What If Jesus Had Never Been Born? Jesus and Education (What If– 9)

Our first historical account of the impact of Jesus on human history will explore the topic of education. In the Greco-Roman world (a term for the world of the Roman Empire in which Jesus was born, lived, died and rose again), education developed a number of elements that have influenced us today. But it was a fairly limited operation. For one thing, the ancient Greeks and Romans did not bother to educate girls. Their place was in the home where there would be no need for them to know philosophy, history, science or geopolitics (or so it was thought). Even with boys, it was only the sons of the elite that got an education. It is estimated that, at the most, only 10-15% of the population of the Empire could read. And the education offered by the Greeks and the Romans did not invite critical thinking, but focused more on memorization and conformity with previous opinions. Conformity and memorization are important values up to a point, but they would never have led to the advances in science, technology and health care that we enjoy today.

Then Jesus came. As a First-Century Jew He affirmed some fundamental teachings of the Old Testament that ran counter to the Greco-Roman standards and added some important wrinkles of His own. According to Genesis 1:27 all human beings, male and female, were created in the image of God. That implies high value and dignity for all human beings, who were designed in special ways to be like God and to continually grow into great knowledge of God and God’s creation. Jesus’ behavior toward the poor, the marginalized, and women was a living demonstration of His belief in that teaching. Deuteronomy 6:6-7 is also a foundation piece of Jewish education: “And these words that I command you today shall be on your heart. 7 You shall teach them diligently to your children, and shall talk of them when you sit in your house, and when you walk by the way, and when you lie down, and when you rise.” According to this passage, education is important and requires literacy. One must read the Bible in order to understand it. And it is important for all children all the time. But by Jesus’ day Jews, like their Gentile counterparts, were educating only male elites, which blunted the force of Moses’ teachings on education. They lost focus on the Mosaic mandate, Jesus came to restore and enhance it.

Jesus did not just come for Jews, for men, for elites, He came as the “Light of the world” (John 8:12) which “enlightens everyone” (John 1:9). The ideal education is one that has Jesus at the heart of it. He was both the greatest teacher and the greatest subject ever. And in case the “light of the world” concept was too subtle for His disciples, Jesus was explicit in Matthew 28:19-20: “Go and teach the whole world.” Education was for all nations. And it was for all people, including women. There is evidence in the gospels that Jesus had female disciples (Luke 8:1-3; 10:39-42; John 11:28). Jesus also taught that true education sets people free to reason and think critically (John 8:32). The Bible can be misunderstood (John 5:39-40), so it must be carefully studied. In contrast with the Greco-Roman world, Jesus encouraged people to think for themselves rather than simply conform their ideas to what has been taught before.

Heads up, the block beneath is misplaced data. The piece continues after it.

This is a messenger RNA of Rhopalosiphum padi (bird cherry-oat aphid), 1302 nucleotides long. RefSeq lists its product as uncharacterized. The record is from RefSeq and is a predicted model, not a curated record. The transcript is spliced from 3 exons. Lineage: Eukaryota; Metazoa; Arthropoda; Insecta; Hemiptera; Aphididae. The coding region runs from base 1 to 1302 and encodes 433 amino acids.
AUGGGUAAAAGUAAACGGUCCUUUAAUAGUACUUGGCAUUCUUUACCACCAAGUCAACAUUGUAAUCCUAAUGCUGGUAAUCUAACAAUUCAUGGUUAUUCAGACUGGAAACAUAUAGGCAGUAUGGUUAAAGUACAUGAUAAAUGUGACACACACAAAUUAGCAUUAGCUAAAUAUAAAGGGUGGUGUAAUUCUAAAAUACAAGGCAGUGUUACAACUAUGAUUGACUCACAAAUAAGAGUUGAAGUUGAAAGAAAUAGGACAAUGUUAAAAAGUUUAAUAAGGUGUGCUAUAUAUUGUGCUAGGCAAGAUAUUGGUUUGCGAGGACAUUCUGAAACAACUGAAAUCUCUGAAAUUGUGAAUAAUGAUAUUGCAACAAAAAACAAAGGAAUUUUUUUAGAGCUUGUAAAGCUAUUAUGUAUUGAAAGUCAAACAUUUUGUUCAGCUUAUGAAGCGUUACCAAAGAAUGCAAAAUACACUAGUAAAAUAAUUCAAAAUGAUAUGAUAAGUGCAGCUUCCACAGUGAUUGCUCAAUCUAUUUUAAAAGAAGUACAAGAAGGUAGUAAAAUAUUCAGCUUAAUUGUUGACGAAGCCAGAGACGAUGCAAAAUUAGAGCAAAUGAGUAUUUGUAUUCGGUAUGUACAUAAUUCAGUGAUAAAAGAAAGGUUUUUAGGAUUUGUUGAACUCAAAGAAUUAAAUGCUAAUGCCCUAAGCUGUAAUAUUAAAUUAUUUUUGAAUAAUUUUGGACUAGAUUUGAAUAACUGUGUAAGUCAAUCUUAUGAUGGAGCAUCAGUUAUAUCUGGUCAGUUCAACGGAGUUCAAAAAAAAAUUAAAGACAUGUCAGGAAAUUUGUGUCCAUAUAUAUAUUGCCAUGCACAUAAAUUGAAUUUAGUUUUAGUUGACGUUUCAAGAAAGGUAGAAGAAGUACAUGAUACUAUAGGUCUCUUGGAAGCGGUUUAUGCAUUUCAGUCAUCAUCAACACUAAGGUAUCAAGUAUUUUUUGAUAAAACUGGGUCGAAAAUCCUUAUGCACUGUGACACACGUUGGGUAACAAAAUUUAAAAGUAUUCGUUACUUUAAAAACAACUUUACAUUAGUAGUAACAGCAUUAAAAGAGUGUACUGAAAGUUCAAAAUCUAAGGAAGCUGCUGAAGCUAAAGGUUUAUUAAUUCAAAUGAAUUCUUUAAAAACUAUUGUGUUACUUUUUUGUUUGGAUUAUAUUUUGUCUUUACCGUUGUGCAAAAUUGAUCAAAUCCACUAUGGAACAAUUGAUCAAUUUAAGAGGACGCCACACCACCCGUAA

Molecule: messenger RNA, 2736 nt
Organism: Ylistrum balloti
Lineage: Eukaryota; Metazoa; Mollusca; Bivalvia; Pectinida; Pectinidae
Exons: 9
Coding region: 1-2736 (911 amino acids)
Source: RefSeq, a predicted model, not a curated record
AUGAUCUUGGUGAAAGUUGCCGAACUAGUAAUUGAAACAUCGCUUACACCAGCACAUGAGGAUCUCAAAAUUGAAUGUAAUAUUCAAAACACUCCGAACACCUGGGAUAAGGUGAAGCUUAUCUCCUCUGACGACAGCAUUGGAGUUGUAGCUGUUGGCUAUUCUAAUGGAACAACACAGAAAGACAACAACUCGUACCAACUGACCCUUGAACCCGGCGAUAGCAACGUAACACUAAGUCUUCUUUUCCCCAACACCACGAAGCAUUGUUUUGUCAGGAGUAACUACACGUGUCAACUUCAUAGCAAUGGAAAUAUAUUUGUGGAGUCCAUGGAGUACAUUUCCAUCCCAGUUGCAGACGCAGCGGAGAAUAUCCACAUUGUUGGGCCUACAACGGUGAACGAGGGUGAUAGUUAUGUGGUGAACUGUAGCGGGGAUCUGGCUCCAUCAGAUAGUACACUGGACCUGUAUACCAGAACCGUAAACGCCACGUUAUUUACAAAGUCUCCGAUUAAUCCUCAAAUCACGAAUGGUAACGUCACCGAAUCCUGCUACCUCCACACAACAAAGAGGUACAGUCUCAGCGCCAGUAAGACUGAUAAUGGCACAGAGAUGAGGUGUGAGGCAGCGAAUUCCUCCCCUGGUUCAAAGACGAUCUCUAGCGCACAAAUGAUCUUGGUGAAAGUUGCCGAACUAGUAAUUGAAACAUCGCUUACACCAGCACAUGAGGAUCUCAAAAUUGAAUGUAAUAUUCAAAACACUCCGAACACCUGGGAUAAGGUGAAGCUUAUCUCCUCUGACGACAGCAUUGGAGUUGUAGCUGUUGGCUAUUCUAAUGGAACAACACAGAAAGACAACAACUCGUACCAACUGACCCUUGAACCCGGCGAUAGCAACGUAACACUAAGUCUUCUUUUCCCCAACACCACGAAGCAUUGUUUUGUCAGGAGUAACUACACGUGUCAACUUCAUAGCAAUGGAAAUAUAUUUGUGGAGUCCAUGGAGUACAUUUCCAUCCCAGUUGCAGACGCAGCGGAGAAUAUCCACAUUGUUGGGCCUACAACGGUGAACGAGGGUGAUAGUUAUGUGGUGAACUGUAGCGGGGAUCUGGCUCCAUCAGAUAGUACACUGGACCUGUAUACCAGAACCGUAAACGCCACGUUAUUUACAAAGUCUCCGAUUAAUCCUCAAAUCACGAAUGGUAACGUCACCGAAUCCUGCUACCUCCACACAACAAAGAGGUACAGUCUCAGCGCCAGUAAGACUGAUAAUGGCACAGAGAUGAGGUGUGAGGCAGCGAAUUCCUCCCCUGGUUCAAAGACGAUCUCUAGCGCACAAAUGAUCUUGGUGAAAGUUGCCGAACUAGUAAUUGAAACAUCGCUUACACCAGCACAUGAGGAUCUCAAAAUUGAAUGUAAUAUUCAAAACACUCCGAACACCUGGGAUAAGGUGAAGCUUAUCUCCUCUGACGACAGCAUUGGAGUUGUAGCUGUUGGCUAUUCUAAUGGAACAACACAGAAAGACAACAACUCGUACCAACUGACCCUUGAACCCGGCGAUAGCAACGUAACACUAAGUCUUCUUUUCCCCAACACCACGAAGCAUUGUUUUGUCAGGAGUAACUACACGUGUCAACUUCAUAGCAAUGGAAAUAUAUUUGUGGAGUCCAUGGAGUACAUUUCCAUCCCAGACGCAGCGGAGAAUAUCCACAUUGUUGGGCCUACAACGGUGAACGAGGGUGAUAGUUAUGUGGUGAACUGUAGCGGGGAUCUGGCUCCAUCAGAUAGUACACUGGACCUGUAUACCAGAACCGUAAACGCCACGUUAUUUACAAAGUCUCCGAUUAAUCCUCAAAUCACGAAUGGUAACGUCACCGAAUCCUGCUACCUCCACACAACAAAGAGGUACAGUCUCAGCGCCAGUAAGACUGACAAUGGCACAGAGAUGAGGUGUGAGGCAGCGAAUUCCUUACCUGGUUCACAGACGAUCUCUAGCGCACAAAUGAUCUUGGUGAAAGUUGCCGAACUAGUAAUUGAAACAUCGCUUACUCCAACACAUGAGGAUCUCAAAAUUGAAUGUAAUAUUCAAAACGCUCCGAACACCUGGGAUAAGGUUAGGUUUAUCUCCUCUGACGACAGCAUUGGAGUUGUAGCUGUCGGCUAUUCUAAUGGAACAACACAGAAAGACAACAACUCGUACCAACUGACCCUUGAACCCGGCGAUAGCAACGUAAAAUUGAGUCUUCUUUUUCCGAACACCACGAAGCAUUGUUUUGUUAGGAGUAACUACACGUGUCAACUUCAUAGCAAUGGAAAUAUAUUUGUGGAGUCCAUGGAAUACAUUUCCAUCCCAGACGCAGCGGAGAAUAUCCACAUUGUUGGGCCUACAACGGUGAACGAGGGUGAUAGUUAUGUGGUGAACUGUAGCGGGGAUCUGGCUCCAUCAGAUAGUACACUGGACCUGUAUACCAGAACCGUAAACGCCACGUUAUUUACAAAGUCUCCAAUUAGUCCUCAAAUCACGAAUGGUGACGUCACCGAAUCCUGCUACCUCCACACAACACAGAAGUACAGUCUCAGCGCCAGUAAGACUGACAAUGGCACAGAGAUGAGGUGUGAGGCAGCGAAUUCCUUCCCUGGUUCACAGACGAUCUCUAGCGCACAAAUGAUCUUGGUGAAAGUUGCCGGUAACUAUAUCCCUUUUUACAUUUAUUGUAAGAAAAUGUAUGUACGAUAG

The impact of Jesus’ teaching and practice on the early church was dramatic. Acts 5:42 reports: “They did not cease teaching.” So Christian schools educated everybody from the first, including females and slaves. Literacy was a high value, so people could study the Scriptures for themselves. This phenomenon was revolutionary in the Greco-Roman world. After the first couple centuries, education was strongly located in monastic schools. But as Christianity went mainstream with Constantine, it was mandated that every major church or cathedral was expected to house a school. Wherever early Christian missionaries went, they introduced education for all classes of people in their own languages. So it is not surprising that Ulfilas (4th Century), the Christian missionary, created an alphabet for the Goth languages, so the Gothic peoples could become literate in the Bible. Cyril and Methodius (9th Century) did the same for the Slavic languages. In subtle ways, the teachings of Jesus transformed the world in very practical ways. Even today, the Wycliffe Bible translators are at the forefront of providing literacy to tribes that do not have written languages.

But as impactful as they were, the cathedral schools were still the equivalent of today’s K-12 education. As time went on, the need was felt to advance beyond the cathedral schools to create institutions of higher learning. By the year 1000, early developments in higher education were beginning to happen, particularly in the Benedictine monasteries. In the next blog, we will explore how Christian higher education ended up transforming the entire world.